The Anniversary Clock Project — Preview

Two summers ago I was in an antique store and asked on a whim whether the owner had any “mechanical clocks or time pieces”.

He said “No, I’m sorry I don’t. But I do have this fun clock here.”

He handed me a Kundo clock, which is in fact a mechanical clock. The contradiction made my head hurt slightly, but I was fascinated by what looked like a beautiful clock. He said it needed to be serviced / fixed, and I wondered if my recently formed passion for watches would propel me all the way into buying what I thought might be an expensive object (needing repair no less).

I asked “How much is it?” and he said “Forty bucks”.

And so I bought it immediately and then plunged myself into the world of what I now know are called “Anniversary Clocks”.

kundo-find

It turns out that such clocks have a bit of a cult following, and I was proud to be its latest member. Anniversary clocks are so-named because you only need to wind them once and they reportedly run for 400 days. Not quite the perpetual motion machine of the might ATMOS (see my essay on Atmos here), but very impressive.

I found my way to the National Association of Watch and Clock Collectors (NAWCC) and discovered a whole world of Kundo Anniversary Clock aficionados and enthusiasts. I asked for some guidance from the group about my find and ended up believing that I would clean and repair the clock myself.

Needless to say I have never started the journey, but with this essay I am putting a stake in the ground and saying: stay tuned for a blog journey of whether I can pull off this task. I will likely screw it up (not being a clock maker…), but the journey is the goal, as they say.

Weekly Love Affair.1

I saw this watch online today and it became This Week’s Love Affair for me (photos courtesy of http://www.watchesbysjx.com).

glashutte-skeletonized-2

 

It is the Glashütte Original Senator Moon Phase Skeletonized Edition and it hits hard on many of my favorite things:

  • Blue steel hands
  • Roman numerals
  • “Railroad track” for minutes
  • Skeletonized movement
  • Not just time only (moon phase is nice)
  • Mix of silver and gold

It also avoids a problem I have with other references by Glashutte, namely the more typical over-weighting (in my opinion) of the Glashutte logo. Here is another Glashutte dial so that you can see what I mean:

glashutte-big-logo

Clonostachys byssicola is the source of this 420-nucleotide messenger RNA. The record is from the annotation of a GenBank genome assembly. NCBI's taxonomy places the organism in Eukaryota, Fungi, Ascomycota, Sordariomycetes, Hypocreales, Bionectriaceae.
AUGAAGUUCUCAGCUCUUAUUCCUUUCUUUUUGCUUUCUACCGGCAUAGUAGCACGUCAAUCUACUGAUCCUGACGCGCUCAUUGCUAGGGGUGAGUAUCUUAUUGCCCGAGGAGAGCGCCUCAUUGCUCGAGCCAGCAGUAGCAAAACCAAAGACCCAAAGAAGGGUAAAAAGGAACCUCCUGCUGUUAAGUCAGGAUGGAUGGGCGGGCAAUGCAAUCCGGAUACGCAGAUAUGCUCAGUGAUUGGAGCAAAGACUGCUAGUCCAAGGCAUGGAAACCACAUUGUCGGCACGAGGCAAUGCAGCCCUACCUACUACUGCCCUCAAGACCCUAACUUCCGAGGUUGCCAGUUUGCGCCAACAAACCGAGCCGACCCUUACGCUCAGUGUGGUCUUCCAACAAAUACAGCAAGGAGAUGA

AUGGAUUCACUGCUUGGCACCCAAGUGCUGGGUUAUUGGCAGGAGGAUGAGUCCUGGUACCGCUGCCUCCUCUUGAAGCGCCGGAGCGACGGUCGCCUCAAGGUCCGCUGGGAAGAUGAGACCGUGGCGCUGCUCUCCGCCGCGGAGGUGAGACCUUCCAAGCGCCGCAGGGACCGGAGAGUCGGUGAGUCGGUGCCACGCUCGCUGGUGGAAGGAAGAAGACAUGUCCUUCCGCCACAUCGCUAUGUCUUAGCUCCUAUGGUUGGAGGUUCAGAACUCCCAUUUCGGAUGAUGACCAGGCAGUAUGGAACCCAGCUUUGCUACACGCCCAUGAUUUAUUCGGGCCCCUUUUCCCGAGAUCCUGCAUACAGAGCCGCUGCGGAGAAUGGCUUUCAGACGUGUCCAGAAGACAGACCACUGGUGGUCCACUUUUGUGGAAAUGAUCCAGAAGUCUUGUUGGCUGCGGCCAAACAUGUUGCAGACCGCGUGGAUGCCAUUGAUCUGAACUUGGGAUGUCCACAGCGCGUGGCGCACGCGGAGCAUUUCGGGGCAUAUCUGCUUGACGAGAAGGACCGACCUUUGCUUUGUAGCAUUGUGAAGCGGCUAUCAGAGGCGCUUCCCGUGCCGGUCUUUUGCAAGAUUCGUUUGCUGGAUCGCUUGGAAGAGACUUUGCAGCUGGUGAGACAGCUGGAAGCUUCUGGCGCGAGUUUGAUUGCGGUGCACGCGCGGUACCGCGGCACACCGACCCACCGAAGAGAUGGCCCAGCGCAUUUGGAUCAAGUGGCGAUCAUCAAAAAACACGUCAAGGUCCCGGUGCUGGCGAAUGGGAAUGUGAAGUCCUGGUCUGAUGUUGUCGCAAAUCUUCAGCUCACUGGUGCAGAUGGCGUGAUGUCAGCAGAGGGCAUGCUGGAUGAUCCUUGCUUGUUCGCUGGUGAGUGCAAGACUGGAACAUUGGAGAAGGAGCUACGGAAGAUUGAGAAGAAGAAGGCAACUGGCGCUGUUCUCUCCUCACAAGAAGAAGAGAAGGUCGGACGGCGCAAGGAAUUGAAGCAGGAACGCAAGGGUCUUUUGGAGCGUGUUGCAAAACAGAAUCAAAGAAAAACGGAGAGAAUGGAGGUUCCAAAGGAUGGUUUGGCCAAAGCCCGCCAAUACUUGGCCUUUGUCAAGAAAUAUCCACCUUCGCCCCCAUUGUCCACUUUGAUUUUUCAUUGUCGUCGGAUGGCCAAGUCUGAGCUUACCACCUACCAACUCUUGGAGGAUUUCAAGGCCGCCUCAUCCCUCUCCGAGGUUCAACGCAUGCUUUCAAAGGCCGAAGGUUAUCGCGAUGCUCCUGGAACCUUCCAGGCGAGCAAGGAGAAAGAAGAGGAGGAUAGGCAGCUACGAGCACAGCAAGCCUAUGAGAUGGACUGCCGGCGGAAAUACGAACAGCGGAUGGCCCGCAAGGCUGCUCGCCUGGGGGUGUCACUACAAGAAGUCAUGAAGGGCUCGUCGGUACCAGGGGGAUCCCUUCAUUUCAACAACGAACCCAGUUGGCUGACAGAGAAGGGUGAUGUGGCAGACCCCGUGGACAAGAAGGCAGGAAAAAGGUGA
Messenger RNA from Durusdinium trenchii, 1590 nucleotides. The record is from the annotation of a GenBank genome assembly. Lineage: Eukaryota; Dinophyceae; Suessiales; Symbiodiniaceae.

This logo in particular is like having a pebble in my shoe, and I don’t want to experience that every time I look at the watch face. The smallest design infraction (as measured by my own taste) is enough to cross a watch off of the wish list.

This makes me admire the leading watch brands in that they manage to please enough people with their designs to stay in business (though the digitization of time-keeping at the moment is certainly depressing the industry).

As is usual for high-end watches like this, the finishing on this particular movement is a delicious sight to behold:

glashutte-skeletonized-1

They don’t call fine watches “wearable art” for no reason.

I like skeletonize watches because it allows the wearer to see the movement while wearing the watch, and in this case the artwork is distinctive on both sides.

And so another watch makes it to the wish list…

glashutte-skeletonized-3

Cappuccino love

My coffee love came late in life — never bothered with it until I was in my 40s (looking back, I can’t believe this). I remember my honeymoon in Italy years ago, when my wife would have a cappuccino every morning while I had…ice water. What tha….

But I caught on, and at this point, I crave it just a bit too much I think, and have an embarrassingly passionate reaction to certain cups of cappuccino while traveling in Europe (this excess seems to happen overseas more than here in the USA).

Here is one of my shots:

cappucino1

Tuscany visions

tuscany1

Italy is perhaps the most beautiful country in the world, or near the top in any case. The above photo is from one of my many trips there.

The countryside is of course beautiful, but this can be said about many countries. And so it must be the Italian culture and sensibility that gives the air itself a kind of refined serenity.

They call Rome the “Eternal City” because of the feeling of timelessness there — that it will always be the way it is, a vibrant city with the gravitas of a former great empire. But I suppose the entire country could be called the “Eternal Country” because it does indeed feel as though time stops and good living begins when one is there.